- Released: 1979
- Origin: London, England
- Label: Step-Forward
- Best Track: Twelve Men
My exploration of Penetration (fnarr fnarr!) this weekend has led me to another slightly off-the-radar British punk band in Chelsea. Later to be joined by Portishead in a small group of British bands who use their place of origin as their name, Chelsea are perhaps best known as the first musical foray of Billy Idol, and for three of their original members going on to found the slightly more widely known Generation X.
As I said in the Nick Cave review, I’m going to have to be a bit more to-the-point with these reviews. This self-titled debut is a solid punk record. ‘Twelve Men’ is a glorious, rousing earworm, and I love the drawn-out, anxious rumbling of ‘Government’ – interestingly, this album was released just one month into what would be an 18-year-long Conservative reign, and concludes with what sounds like audio clips of Margaret Thatcher and news reports on the Tories, over which Gene October bellows “the governmeeeeeeeeent! Suck on that, Maggie!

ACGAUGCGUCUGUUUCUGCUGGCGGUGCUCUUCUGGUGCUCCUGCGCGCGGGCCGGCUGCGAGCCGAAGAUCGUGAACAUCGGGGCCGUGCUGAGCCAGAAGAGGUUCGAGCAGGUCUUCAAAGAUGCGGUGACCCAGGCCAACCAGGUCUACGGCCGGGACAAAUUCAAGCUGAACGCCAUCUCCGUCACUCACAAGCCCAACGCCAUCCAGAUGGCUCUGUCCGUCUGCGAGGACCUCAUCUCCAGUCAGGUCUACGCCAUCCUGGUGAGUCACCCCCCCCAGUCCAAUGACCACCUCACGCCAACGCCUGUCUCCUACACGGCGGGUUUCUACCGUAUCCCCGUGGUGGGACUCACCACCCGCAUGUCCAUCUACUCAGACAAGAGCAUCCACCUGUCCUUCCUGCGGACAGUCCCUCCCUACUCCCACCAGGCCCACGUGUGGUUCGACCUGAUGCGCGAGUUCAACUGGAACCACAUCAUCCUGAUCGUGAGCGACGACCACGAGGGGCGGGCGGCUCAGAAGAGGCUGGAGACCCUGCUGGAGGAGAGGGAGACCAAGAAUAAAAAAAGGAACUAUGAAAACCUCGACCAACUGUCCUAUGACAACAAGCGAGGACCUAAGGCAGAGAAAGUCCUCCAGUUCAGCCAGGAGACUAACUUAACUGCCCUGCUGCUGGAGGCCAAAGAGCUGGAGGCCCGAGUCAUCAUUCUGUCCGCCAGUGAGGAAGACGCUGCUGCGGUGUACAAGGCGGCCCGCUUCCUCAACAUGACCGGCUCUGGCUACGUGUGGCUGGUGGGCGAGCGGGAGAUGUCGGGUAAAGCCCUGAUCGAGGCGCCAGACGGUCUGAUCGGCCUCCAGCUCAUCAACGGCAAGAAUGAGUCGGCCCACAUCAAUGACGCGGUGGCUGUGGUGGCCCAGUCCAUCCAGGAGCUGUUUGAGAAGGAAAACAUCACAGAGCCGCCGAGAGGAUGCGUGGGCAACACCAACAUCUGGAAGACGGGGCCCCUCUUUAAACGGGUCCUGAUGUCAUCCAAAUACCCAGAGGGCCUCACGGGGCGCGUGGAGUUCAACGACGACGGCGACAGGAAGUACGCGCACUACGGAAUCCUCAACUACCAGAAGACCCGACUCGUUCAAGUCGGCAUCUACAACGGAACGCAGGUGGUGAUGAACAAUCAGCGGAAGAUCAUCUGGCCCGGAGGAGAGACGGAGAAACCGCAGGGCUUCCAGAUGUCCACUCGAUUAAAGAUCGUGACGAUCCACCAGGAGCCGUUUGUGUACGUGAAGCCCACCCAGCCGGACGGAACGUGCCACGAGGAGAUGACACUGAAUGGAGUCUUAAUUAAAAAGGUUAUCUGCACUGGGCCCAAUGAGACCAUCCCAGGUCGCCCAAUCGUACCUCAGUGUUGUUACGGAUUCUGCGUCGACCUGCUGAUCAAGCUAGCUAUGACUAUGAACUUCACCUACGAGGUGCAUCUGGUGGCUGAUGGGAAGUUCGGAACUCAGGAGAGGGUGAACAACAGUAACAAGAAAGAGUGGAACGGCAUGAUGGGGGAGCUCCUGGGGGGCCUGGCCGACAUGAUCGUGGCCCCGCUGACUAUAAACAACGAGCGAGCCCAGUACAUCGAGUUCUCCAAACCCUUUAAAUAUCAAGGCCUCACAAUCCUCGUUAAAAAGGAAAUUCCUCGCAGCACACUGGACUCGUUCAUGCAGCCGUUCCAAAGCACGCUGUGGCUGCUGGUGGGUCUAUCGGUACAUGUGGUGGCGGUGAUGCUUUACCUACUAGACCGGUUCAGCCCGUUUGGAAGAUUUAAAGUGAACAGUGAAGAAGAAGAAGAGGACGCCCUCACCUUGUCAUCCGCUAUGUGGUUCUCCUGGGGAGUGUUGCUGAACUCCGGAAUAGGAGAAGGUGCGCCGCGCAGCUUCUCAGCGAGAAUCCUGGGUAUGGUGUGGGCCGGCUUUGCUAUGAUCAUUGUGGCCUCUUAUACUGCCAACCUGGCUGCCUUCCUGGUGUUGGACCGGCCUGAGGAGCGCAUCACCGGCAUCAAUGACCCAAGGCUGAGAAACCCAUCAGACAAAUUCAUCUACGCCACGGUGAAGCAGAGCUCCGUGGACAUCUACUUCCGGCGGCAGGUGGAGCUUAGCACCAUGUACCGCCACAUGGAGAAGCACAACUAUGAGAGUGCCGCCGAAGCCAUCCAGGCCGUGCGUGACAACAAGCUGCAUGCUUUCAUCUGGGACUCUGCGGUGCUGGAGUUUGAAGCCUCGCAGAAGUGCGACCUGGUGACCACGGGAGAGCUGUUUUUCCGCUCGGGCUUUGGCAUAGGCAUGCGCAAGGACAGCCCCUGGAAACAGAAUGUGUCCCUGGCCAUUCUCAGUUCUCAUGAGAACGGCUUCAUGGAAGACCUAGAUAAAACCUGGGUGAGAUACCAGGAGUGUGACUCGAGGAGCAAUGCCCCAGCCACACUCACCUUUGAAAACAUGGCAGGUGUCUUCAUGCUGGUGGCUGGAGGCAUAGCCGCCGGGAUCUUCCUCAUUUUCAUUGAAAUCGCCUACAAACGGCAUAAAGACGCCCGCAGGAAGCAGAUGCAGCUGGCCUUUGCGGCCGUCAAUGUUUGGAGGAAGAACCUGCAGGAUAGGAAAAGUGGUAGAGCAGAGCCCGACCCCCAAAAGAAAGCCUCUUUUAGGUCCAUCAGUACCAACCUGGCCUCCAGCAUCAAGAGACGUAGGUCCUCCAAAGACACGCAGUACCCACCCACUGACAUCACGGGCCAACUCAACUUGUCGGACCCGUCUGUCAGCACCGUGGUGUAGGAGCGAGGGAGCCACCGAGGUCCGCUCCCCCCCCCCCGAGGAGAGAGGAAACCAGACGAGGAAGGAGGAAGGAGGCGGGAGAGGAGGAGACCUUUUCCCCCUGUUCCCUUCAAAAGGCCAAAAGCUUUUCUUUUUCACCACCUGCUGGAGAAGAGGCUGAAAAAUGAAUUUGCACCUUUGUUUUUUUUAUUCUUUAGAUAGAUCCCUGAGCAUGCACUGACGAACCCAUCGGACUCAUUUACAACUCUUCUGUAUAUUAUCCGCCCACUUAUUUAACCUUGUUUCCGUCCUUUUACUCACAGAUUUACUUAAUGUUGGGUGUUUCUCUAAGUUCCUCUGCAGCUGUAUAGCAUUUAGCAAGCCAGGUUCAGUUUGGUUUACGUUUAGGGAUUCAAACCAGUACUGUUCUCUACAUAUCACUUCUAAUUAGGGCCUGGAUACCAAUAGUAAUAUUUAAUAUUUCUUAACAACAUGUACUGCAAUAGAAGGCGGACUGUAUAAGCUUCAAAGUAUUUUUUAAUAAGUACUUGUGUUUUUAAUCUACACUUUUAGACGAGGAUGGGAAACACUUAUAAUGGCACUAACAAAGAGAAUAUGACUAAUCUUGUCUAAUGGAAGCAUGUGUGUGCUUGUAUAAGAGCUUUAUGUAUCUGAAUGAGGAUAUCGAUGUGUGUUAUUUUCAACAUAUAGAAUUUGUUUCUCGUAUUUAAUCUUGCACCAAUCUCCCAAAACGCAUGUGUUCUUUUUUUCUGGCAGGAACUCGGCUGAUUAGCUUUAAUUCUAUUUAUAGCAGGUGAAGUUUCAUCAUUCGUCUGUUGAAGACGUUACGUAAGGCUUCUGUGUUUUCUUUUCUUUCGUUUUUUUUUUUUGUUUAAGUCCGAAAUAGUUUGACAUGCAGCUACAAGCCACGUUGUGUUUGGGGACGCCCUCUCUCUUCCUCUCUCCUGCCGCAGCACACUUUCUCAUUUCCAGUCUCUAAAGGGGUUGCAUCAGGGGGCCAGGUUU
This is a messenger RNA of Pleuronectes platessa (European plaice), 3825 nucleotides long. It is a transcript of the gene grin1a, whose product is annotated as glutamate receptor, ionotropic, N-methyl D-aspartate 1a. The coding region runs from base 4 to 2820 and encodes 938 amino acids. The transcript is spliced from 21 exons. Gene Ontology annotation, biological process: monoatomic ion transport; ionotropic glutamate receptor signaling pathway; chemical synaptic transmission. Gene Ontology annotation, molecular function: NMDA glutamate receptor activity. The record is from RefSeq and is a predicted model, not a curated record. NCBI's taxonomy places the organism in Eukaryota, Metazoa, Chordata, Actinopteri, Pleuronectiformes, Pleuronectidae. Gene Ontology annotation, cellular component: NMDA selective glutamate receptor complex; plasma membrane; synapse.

The band perhaps ranks alongside Sham 69 as an example of working-class London punk that hasn’t aged quite as well as some of their contemporaries, but should be seen as a fitting snapshot of the fear and paranoia of a political time not unlike 2020.